I would never say never and anything is possible in court. But I would say that it really hurts your chances a LOT. There are so many things that could go wrong or you might have an opportunity to win, but not recognize it because you do not know what to look for. If it is worth it to fight this, it is probably worth hiring an attorney. I am sorry to be the bearer of discouraging news. But litigation is always complicated and yours sounds more complex than normal.
I agree with Attorney James. You cannot do this with an estate account. It is only there while the estate is being administered and is then distributed to the beneficiaries. If you are the only beneficiary, the proceeds of the account can be distributed to you, once probate is closed. At that point, you can do whatever you wish with the proceeds.
No. A living trust generally does not protect against lawsuits. In some cases, irrevocable trusts do this. You need to share your facts with an attorney to make sure that things are set up properly and that you do not have any fraudulent conveyance issues.
If your company is already set up as an LLC, your liability is limited to the LLC assets, just by virtue of being within the LLC.
Insurance may be a good way to take care of this issue, depending on what the concerns are.
You should be able to open a probate estate for the decedent for the purpose of conveying title. You can ask that a public administrator be appointed or one of the decedent's family members. The potential problem, either way, is that, if the estate does not have other assets, your client is going to be on the hook for payment of administrative expenses and things like recording fees and transfer tax. While the estate would normally be responsible for these expenses, if there are no other estate...
There is too much left unsaid, here, in order to give you much guidance. I agree that it sounds likely that you need to meet with an attorney. Whether there is anything that can be done depends on facts which are not included in your summary.
You are right, as are my colleagues. This kind of planning needs to be done through a lawyer. There are many options, but all of them involve some kind of deed. For various reasons, it is best if that deed does not take effect until your mother's date of death. The lawyer will know how best to accomplish this. This should not be an expensive service.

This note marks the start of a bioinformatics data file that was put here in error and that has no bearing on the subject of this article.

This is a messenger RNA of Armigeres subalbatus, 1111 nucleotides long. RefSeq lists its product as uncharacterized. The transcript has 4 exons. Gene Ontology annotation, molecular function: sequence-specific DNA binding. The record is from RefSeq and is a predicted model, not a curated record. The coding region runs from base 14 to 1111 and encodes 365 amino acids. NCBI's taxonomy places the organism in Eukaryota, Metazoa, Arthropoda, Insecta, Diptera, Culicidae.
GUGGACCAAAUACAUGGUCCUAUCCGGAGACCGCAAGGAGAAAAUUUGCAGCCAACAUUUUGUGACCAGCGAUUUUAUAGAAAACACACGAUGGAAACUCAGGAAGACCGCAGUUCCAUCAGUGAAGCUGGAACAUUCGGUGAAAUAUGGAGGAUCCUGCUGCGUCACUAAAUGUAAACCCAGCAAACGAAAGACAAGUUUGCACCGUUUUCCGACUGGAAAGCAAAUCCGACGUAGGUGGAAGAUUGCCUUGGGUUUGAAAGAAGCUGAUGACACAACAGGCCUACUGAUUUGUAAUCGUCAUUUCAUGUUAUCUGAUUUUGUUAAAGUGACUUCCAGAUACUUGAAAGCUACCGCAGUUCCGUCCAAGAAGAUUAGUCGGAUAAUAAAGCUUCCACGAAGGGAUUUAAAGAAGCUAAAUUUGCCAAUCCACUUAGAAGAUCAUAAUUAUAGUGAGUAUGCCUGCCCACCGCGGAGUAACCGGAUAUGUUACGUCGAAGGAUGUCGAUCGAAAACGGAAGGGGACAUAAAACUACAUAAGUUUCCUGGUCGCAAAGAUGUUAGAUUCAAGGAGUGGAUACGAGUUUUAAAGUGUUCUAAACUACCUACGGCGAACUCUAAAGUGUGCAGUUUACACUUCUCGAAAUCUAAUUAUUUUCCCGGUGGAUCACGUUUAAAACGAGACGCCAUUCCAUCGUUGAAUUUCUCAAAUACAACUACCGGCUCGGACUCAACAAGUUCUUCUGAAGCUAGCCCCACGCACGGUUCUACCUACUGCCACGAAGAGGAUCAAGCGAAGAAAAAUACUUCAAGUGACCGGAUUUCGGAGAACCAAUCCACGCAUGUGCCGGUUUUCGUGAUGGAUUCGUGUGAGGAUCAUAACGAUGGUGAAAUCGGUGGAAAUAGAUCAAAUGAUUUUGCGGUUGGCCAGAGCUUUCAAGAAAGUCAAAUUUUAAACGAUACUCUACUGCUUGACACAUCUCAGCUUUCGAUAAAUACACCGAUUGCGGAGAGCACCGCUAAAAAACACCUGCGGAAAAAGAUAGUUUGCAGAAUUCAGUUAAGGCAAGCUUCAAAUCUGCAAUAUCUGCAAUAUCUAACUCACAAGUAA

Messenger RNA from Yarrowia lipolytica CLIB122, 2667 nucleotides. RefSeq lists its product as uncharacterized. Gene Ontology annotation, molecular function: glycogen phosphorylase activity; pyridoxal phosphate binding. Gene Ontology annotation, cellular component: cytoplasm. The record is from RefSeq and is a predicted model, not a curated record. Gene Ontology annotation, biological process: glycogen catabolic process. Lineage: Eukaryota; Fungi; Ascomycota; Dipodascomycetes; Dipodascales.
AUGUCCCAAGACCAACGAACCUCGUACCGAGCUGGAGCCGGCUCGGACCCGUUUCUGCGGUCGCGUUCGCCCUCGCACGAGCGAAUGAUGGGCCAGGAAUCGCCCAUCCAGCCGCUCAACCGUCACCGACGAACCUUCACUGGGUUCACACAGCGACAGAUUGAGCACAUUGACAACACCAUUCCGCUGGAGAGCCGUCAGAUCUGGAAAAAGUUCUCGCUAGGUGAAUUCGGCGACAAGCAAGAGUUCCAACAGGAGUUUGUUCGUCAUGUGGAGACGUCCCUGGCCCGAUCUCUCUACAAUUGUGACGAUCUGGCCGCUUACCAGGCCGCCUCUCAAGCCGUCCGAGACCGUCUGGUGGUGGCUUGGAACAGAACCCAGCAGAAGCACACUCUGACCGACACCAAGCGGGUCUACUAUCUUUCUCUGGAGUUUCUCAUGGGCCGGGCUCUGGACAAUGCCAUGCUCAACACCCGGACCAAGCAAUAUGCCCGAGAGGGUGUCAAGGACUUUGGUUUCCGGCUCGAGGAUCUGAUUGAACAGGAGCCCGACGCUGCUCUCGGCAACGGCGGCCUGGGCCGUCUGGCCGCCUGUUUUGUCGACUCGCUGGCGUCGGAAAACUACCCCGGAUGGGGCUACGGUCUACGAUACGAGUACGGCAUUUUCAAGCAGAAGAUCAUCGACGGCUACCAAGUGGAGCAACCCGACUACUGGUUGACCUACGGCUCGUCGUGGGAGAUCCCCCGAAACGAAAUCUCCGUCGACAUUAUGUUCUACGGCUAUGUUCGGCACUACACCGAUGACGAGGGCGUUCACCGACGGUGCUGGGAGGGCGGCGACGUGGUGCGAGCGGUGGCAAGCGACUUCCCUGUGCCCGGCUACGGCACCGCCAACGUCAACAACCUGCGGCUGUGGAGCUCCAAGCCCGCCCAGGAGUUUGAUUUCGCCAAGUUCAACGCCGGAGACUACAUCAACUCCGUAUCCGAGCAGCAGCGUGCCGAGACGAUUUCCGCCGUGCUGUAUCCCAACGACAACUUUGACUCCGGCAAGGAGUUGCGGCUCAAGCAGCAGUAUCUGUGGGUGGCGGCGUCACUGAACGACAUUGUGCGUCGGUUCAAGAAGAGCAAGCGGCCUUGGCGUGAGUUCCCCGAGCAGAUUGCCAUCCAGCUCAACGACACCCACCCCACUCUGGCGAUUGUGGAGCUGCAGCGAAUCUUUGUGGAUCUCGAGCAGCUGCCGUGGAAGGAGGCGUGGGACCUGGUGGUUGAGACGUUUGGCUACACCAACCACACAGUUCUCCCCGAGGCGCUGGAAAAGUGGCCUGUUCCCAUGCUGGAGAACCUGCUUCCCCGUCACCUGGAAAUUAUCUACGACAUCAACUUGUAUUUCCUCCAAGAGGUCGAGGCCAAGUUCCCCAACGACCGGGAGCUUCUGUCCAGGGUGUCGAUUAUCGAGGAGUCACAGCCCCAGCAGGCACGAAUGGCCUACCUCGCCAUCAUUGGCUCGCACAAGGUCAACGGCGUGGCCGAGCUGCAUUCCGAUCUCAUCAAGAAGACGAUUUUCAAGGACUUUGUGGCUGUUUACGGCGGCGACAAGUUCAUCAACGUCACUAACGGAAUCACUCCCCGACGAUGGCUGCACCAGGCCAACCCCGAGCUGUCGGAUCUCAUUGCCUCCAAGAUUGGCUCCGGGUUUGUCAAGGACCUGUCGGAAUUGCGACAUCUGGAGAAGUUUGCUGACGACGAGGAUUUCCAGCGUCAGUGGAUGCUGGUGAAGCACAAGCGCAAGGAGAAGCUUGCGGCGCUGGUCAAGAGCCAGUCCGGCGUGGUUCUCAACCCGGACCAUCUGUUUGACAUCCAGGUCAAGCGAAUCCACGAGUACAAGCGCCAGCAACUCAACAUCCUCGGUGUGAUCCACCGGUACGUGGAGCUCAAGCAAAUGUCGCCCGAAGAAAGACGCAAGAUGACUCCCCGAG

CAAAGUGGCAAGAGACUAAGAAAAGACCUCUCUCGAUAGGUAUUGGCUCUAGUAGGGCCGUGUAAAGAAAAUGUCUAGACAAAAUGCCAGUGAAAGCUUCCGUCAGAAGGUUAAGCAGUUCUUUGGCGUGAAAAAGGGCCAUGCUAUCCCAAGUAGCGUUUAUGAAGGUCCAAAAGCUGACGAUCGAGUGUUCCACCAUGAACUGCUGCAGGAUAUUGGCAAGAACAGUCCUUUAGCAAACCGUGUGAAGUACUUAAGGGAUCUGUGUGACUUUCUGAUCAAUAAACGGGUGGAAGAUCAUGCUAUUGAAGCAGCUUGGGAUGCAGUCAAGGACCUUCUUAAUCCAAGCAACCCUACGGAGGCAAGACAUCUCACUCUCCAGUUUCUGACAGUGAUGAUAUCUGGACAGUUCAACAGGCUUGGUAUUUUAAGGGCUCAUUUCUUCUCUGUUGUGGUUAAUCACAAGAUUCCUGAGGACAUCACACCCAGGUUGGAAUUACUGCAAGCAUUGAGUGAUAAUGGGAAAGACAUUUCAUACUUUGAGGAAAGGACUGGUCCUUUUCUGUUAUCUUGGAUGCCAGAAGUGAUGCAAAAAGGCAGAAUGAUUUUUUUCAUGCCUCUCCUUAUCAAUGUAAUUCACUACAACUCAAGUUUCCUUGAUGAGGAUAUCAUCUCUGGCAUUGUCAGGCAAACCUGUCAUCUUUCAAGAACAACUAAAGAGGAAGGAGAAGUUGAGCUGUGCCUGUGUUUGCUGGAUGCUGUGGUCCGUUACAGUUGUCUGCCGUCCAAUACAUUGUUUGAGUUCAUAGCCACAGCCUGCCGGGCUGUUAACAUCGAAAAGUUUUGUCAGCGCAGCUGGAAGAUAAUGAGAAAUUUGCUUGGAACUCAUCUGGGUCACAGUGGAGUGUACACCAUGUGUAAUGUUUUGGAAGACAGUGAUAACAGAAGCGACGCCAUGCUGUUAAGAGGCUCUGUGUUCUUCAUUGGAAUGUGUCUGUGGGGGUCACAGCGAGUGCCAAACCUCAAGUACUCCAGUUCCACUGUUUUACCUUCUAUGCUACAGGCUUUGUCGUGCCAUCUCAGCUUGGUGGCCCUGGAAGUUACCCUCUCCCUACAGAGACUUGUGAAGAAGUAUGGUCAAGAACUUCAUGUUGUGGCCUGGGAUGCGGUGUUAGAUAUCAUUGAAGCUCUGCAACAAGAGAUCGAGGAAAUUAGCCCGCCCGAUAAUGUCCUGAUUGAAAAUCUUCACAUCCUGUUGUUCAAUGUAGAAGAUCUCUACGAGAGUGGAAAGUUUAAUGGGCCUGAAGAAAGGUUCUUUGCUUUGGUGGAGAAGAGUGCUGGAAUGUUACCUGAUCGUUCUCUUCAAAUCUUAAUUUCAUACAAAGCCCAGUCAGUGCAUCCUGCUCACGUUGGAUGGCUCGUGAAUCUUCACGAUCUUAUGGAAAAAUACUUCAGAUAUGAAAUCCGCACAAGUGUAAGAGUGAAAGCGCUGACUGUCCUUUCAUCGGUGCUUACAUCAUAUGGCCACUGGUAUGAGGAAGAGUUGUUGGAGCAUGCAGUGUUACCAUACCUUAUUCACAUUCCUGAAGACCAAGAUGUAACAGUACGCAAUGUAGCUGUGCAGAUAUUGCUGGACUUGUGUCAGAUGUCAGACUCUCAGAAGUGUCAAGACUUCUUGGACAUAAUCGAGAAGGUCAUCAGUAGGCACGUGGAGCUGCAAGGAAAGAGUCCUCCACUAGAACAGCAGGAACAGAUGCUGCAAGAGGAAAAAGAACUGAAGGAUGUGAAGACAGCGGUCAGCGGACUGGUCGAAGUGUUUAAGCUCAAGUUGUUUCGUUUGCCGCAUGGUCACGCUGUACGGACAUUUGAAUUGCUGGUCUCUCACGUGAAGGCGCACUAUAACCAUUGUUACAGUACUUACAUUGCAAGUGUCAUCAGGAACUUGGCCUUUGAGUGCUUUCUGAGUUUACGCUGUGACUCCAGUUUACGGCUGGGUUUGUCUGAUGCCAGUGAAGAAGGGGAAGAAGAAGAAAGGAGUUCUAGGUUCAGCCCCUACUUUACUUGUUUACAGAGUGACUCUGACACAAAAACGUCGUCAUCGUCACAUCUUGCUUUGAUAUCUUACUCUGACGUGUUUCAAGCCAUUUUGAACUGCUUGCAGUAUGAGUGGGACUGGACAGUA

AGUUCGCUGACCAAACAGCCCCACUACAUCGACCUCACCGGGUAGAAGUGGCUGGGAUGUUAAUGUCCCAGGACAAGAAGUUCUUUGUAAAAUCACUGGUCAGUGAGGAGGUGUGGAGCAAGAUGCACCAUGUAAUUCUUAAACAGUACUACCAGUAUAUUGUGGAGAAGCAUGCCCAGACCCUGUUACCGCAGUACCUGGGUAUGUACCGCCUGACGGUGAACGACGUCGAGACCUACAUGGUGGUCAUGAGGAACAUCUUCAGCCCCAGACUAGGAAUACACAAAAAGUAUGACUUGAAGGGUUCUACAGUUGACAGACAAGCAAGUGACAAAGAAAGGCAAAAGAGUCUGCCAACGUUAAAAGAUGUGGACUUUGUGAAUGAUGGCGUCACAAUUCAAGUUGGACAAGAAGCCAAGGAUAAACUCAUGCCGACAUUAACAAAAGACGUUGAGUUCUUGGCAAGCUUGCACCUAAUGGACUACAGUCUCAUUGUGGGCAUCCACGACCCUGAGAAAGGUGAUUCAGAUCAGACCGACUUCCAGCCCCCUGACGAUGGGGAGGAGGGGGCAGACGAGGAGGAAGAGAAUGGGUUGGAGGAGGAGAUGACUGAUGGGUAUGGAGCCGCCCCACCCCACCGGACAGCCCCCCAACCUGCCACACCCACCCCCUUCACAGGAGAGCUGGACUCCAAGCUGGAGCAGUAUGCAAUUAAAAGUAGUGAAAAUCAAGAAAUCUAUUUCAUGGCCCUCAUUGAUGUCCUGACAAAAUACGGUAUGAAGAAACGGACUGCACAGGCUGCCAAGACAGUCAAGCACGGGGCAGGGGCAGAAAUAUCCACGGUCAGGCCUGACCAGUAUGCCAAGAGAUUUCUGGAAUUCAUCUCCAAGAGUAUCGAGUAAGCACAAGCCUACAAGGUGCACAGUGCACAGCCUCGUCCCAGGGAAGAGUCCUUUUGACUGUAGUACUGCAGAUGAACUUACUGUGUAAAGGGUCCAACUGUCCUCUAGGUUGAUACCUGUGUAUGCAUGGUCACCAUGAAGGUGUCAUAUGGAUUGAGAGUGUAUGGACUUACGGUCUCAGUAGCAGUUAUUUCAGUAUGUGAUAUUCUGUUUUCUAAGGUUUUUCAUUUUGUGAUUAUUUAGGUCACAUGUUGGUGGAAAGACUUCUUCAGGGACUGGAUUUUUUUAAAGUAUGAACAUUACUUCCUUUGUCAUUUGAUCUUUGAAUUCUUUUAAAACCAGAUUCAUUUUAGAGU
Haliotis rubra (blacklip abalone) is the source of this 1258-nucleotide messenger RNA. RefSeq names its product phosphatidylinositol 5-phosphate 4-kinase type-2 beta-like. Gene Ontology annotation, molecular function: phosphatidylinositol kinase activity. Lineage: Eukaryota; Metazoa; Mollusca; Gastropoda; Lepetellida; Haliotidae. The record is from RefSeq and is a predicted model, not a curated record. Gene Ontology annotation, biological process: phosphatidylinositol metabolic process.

As for the 5 years, you misunderstood the lawyer's advice. The 5 years refers to a "look back" period that Medicaid imposes. Medicaid is a...
You are involved in a contested probate matter. The only thing you can do is to hire a good probate attorney and protect your mother. You need to document EVERYTHING. I would not be surprised if there is a claim that you somehow mismanaged your mother's assets. You need to have all of the records organized and at your fingertips. That will impress the court.
Best of luck to you and your mother.
I think that the asker is frustrated that people with so much more than his or her mom are able to qualify when she cannot. It is because the law was set up so that it did not force people to sell the house and car. More an more often, when benefits are received, however, the house and car are eventually used to recover money for the State, when the nursing home patient dies.
It is a very complicated area of the law, and in years past, there were many abuses. There was even an attempt during...
You may be able to record an "affidavit of correction," indicating this was a scrivener's error. I would have the attorney do this for you, since it was the attorney's error. I have used this procedure in the past. You will want to have the attorney contact the register of deeds to confirm this will resolve the problem. This should not be a difficult process.
I agree with Ms. Goldstein. There is nothing wrong with you going to the law office and requesting the Will. Where you may run into a problem is if the lawyer was a solo practitioner and the office has simply "evaporated." In that case, you should consult with an attorney on your own to determine whether you can probate a copy of the Will, if you have one.